Paula Cole (yes, my music taste really is that bad) sang, “Where is my John Wayne, Where is my prairie song, Where is my happy ending, Where have all the cowboys gone?” I am starting to wonder the same thing.
It’s probably not the best way to start a column, but I confess to being jolly cross. Capital Letters cross. And yes, it is about race 1 at Greyville on Sunday, 23 April 2017.
When the FOURTEEN HORSE FIELD (I am emphasizing the number deliberately), were ringing down at the START of race one, jockey Anthony Delpech noticed that thanks to the position of the false rail in relation to the position of the stalls, there was not enough room for all 14 horses that were patiently waiting to be loaded. Well, not if everyone wanted to share the same track, anyway. It subsequently transpired that two horses – Green Street Bloodstock’s Oligarch (trained by Dean Kannemeyer) and Ms V J Borg and Klawervlei Stud’s Freddie Flint (trained by Paul Lafferty) had to be scratched in order to make the field fit the well, field. Racing was delayed and two horses did not get a run at all, thanks to an issue that should never have been allowed to happen.
While the chat forums have already been buzzing with descriptions of ‘Gold Circus’ and the like, overall the sentiment seems to be one of disbelief and deep disappointment. It’s pretty hard not to disagree. BUT THIS IS NOT FUNNY. This is our KZN Champions Season.
I feel a bit silly saying all this as it feels like I have said it all a hundred times before. However, the fact that we are having this conversation again, proves that at a fairly serious level we still don’t get it. Somehow we manage to focus all our time and energy on all sorts of peripheral issues. In fact, almost anything other than where it counts – our horses.
Who is responsible?
It is my understanding that the local racing executive is in charge of overseeing the general track and course set-up on a race day and the official stipes report lists Arvin Maharaj as the Gold Circle Duty Officer for Sunday. The track managers would have had some input with regard to the configuration of the false rail and we know that the Greyville track managers are Ralph Smout and Kurt Grunewald. But before we start stockpiling our rotten tomatoes, it’s also worth bearing in mind that the NHA also has a role to play and is also tasked with being a ‘back-up’ and checking that things are as they should be before racing can commence. The Stipendiary Stewards on duty were Mr Sean Parker as Chief Stipe, Mr D M Anderson as Senior Stipe and Mr R Jeewanlall.
So we have somehow managed to sneak a potential disaster past a number of supposed checks and one has to wonder quite how it was possible.
I’m not sure how to do this in writing, but I want to take someone – in a position of authority – and shake them by the shoulders until their teeth rattle. How on earth does someone not do some basic maths to allow enough space for the carded runners as well as the false rail? And how does no-one notice this omission until the field is practically ready to load? What if a jockey had not noticed the problem until after the lever had been pulled – what might have happened then?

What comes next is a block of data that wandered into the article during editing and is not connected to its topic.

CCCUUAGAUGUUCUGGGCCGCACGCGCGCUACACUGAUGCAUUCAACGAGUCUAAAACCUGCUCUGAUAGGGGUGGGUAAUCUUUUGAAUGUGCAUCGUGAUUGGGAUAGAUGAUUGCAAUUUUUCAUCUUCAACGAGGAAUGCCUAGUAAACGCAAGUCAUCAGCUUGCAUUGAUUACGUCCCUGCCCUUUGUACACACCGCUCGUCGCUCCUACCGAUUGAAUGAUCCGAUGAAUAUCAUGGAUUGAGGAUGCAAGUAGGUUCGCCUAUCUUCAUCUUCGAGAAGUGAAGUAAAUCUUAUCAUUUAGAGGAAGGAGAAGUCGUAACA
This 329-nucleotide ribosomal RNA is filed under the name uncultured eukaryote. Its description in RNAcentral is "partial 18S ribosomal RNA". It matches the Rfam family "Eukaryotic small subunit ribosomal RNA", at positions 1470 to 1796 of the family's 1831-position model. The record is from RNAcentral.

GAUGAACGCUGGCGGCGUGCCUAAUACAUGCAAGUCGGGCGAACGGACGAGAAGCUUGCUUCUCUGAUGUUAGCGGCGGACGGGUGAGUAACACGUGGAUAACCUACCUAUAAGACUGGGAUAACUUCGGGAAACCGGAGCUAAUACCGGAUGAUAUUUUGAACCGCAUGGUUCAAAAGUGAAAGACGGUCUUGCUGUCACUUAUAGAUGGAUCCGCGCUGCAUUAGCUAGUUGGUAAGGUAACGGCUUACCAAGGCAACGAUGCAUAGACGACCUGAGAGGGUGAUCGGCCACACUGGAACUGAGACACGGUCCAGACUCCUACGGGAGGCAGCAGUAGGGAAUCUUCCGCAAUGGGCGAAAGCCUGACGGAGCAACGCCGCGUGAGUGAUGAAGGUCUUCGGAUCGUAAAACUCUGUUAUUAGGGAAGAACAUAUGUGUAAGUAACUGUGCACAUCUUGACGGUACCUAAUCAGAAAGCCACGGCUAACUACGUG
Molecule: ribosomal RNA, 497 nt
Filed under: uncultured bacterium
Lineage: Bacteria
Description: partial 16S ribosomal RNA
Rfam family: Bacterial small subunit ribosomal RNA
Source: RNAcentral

The bigger picture
Before Gold Circle think I am picking only on them, this is a far broader problem. As with so much else in racing, we appear to be missing the point. Which is that we are not care-taking our core business – our horses (apologies for the repetition, but that point does not seem to have hit home, so I may repeat it a few times).
I am sorry to be boring about this, but we have had ‘shocking’ starting stalls, stall gates that don’t open, stall gates that partially open, complaints about the running surface, complaints about the pull up, mystery devices that appear and disappear in saddle cloths, rules that get made (and ignored) depending on expediency, rather than the rather obvious reason that they are rules and probably implemented for a reason and therefore need to be obeyed. By everyone. And now we have an issue with the false rail. Given the recent similar incident up at the Vaal, it seems these things are catchy.
Made, not born
The first question that pops to mind is how anyone with an ounce of horse sense could have allowed this to happen. That question leads to the rather depressing answer that we have reached a point where most of our staff are not horse people anymore. This will not be a popular thing to say, but it is easy to fall in love with horses and buy yourself a racehorse. That does not make you a horseman. Only time and a lot of blood, sweat and tears creates horsemen. Not to get too ‘Velveteen Rabbit’ on you, being a horseman isn’t how you are made, it is something that you evolve into, gradually and over a long period of time. It’s not something you pick up in an afternoon.
These days racing is run, by and large, by business people. This is fine, as long as they stick to the business side of things. It’s when they start compromising the grass roots functions that things begin to unravel. We have administrators and track managers and bean counters, rather than ex jockeys, ex trainers and folks who know the feel of leather in their hands and whose bodies carry reminders of what happens when the basics are not adhered to. We need to know these things. And if we can’t, then we need to hire the right people to tell us – and we need to listen to them.